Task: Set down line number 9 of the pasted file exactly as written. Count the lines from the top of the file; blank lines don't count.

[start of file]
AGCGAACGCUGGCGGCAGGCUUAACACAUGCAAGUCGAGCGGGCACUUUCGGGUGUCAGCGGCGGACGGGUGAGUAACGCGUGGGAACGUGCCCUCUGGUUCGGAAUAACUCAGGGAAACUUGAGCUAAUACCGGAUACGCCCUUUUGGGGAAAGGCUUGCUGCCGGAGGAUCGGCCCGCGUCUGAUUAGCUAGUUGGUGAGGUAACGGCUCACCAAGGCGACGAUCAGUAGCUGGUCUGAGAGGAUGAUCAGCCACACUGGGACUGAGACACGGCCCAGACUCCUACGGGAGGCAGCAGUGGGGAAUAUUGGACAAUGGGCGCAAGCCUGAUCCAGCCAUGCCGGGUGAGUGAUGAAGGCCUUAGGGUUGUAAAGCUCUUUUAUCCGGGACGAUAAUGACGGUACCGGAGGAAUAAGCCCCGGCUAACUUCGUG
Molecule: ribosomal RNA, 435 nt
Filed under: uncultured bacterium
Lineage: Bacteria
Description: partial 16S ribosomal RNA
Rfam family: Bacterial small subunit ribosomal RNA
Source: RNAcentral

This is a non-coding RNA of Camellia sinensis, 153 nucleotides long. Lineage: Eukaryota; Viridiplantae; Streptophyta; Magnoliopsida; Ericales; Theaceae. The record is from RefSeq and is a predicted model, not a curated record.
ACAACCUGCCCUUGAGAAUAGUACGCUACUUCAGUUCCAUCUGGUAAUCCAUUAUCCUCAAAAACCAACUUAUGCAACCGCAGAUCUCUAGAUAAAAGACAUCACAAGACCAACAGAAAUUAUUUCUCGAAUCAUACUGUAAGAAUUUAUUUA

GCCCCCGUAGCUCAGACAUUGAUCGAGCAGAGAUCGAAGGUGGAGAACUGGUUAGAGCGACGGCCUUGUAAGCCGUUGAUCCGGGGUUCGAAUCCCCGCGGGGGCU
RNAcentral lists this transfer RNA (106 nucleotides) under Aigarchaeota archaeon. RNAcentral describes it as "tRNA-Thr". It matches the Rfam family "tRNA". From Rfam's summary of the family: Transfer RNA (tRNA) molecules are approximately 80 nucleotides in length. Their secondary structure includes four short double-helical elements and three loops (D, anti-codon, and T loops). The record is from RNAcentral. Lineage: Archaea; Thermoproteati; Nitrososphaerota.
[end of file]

ACAACCUGCCCUUGAGAAUAGUACGCUACUUCAGUUCCAUCUGGUAAUCCAUUAUCCUCAAAAACCAACUUAUGCAACCGCAGAUCUCUAGAUAAAAGACAUCACAAGACCAACAGAAAUUAUUUCUCGAAUCAUACUGUAAGAAUUUAUUUA